- October 23, 2021
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Hairdresser Sarah de Vries with a client during last year's Covid-19 restrictions. Photo / NZH
By Ella Stewart, RNZ
Auckland hairdressers and barbers say they need more targeted financial support if they are going to make it out of lockdown intact.
Tayla Carpenter is the owner of Tayla’d Styling in Silverdale, on Auckland’s North Shore.
She is well respected in the industry, having won Top Performing Stylist of the Year and New Zealand Hair Salon of the Year in 2019.
She has owned her salon for almost eight years but, as Auckland’s lockdown drags into its 10th week, her financial stability is only getting shakier.
“It’s a huge burden hanging over our heads and not knowing if we can even survive this as a salon and the bills don’t stop coming in.
“Even when I’ve talked to some companies to try and get some discounts on things, it’s still a least about $4000-$5000 in debt a week for me to carry on. So that’s $35,000 already that I’m up to. It’s starting to come out of my personal pockets as well and it’s just not stopping. It’s really scary to see something that you’ve worked for and to see it all crumbling away.
“And for my team as well, the uncertainty of not knowing when they can go back to work. It’s a stressful time and it’s emotional for all of us.”
Under level 3, hairdressers and barbers are allowed to sell hair products via contactless pick-up and delivery, which has helped.
So far during lockdown, Carpenter has sold around $6000 in products, which has paid for four weeks of rent and some additional bills. Over the weekend, she came up with the idea of selling “at-home colour kits” for her regular customers, which has generated $2000 in revenue.
The kits include each client’s personal colour, instructions, gloves, a cape, a mixing bowl and a brush.
“We have to diversify. It is survival mode. And for us being able to give colour clips to our clients, it’s making them feel amazing and giving them a bit of fun. Something to do at home, but obviously it’s only like root colours or toners.”
The three-step roadmap out of level 3 for Auckland sees zoos and museums open before hairdressers, which Carpenter said is frustrating.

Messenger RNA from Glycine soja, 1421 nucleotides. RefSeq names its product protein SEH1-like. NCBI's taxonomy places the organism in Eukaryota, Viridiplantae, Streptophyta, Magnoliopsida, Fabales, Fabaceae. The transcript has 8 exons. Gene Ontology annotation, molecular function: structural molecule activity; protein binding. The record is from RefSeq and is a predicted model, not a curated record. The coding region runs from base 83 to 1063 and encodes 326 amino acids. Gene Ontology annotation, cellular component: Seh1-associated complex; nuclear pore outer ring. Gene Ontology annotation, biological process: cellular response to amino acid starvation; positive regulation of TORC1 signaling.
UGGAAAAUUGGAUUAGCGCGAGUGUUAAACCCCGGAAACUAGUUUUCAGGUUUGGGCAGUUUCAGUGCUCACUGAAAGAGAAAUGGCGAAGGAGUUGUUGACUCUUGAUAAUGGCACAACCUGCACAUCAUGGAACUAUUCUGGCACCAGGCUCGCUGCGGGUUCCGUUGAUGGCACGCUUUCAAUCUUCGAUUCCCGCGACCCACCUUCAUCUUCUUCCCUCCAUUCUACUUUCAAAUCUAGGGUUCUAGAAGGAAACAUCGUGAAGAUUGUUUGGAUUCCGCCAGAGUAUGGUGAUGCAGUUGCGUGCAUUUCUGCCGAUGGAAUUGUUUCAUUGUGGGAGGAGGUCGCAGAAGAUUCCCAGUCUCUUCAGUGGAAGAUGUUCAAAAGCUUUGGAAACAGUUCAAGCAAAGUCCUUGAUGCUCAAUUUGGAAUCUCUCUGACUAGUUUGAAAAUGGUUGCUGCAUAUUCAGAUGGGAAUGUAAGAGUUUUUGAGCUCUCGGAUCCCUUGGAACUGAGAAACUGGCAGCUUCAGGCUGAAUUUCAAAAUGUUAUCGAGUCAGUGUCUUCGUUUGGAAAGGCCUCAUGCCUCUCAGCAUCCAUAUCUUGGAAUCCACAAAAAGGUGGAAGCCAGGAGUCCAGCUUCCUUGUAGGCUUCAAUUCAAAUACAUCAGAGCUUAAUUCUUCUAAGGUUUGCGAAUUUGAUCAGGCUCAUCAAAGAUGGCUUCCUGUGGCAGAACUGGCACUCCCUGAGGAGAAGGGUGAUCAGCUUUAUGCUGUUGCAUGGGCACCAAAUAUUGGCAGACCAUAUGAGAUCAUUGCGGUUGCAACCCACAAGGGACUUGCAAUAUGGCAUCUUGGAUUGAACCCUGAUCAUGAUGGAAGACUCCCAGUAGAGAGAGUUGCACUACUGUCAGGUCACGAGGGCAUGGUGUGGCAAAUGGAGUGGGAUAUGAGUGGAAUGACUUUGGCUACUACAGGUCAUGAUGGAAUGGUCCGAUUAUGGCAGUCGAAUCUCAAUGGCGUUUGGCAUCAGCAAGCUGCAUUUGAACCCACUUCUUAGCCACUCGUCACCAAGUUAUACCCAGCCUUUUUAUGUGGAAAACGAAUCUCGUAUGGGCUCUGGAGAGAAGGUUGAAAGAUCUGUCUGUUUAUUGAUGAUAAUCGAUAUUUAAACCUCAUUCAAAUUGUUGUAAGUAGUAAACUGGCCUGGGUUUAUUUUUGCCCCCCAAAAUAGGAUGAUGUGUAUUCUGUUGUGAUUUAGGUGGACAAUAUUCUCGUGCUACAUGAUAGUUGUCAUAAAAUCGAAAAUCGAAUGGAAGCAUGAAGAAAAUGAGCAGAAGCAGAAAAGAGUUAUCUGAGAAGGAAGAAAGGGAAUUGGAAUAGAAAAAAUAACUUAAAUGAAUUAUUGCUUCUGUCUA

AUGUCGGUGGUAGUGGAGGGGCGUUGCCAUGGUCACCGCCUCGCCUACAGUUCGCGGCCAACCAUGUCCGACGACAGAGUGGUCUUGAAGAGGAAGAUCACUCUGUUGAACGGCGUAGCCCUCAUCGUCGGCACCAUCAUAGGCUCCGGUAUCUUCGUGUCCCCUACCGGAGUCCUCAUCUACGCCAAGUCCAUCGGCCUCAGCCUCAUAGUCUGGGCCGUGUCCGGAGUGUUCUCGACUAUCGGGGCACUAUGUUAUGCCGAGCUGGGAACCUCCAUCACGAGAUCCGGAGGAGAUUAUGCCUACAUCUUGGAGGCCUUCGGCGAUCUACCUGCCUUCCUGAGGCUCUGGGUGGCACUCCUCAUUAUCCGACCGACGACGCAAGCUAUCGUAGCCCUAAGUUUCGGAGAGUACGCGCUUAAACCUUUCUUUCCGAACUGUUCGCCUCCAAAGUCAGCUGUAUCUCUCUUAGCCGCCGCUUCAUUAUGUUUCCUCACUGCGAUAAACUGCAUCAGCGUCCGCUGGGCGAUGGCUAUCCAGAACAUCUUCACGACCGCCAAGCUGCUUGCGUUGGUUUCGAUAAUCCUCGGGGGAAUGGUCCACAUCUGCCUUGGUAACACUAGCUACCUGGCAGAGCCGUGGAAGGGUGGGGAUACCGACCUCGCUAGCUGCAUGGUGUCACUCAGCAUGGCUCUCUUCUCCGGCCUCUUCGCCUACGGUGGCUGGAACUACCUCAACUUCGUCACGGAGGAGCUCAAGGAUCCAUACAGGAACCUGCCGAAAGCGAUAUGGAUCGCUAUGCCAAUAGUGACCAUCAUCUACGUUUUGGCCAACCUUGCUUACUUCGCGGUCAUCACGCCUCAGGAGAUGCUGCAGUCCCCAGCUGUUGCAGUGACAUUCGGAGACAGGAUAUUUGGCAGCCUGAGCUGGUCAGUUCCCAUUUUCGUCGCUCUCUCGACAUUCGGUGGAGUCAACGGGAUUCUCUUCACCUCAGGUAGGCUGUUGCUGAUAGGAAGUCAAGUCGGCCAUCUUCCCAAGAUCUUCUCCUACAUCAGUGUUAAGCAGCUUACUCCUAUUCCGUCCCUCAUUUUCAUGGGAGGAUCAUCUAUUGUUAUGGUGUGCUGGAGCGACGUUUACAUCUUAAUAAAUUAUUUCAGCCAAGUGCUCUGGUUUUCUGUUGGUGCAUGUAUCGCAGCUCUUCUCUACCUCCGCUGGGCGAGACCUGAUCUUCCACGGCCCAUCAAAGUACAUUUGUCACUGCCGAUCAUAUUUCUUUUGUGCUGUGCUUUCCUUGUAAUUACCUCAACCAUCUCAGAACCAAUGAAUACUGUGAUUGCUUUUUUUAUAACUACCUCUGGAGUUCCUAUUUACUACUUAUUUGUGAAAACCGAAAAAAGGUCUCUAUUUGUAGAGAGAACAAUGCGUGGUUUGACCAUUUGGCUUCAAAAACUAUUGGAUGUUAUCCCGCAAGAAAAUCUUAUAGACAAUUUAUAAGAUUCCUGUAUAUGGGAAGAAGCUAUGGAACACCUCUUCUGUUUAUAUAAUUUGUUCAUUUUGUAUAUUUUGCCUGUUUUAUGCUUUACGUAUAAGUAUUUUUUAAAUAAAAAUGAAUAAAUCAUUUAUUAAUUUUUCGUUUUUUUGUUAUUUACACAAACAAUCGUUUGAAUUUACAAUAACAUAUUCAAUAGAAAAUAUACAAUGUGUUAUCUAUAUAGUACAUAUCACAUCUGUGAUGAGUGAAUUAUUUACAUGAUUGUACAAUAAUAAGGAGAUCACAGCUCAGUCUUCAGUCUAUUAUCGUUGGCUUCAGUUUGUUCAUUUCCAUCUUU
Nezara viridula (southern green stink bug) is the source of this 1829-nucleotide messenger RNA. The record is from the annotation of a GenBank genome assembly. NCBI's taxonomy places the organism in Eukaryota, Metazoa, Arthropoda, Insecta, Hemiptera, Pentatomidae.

“Being able to go to the zoo or the pools in phase two but you can’t go to the hairdressers is just silly. In our industry we have to be super safe anyway. We wear PPE, we disinfect each station. You get a new cape every time and we contact trace everybody, I feel like it’s just a bit unfair.”
Carpenter employs five staff and said she is grateful that they are receiving the wage subsidy and resurgence payment but it isn’t enough for a small business owner.
“That doesn’t cover everything and I’m at $35,000 now and counting and it’s just a lot of debt take on. Maybe they could give more help in that way. You’ve got your rates and your utilities and insurances and you know the list goes on.”
Salon owner and chair of the industry association Hair and Barber NZ Niq James said he wants hairdressers to be able to open at the next stage of the roadmap, alongside hospitality and retail.
“You can’t click and collect a haircut or Uber a haircut, so we actually can’t make any money until we drop down to stage 3.
“We’ve worked with the Ministry of Health to do some guidelines that are over and above what is required just so we can show that we can work at a really safe level. We think that with those coupled with the extra precautions that we are taking, we should be able to go back at the same level as hospitality and retail.”
He said Auckland will undoubtedly see salons close their doors as they struggle to make ends meet. He’s calling for clearer guidelines and targeted financial support to aid the industry.
“It’s really difficult. We’ve got bills that need needed to be paid from last month and the month before, now hairdressing and barbering may not go back at Christmas time.”
When Prime Minister Jacinda Ardern announced Aucklanders could go on socially-distanced picnics with their friends, hairdressers were flooded with invitations for clients who wanted a cut.
James said, although the large majority of people are following the rules, there is a minority who are breaking and bending the rules to see clients, which he says is not good enough.
“Some people have been advertising on Facebook and other marketplaces that they can do haircuts or people have asked. Some of them are doing them at home. We have been told of some businesses that have actually opened. We’re really worried about that because the more that happens, the more the risk increases of passing Covid-19 on or it going undetected.”
The government will make further announcements on Friday about the next stages of the Covid-19 response plan.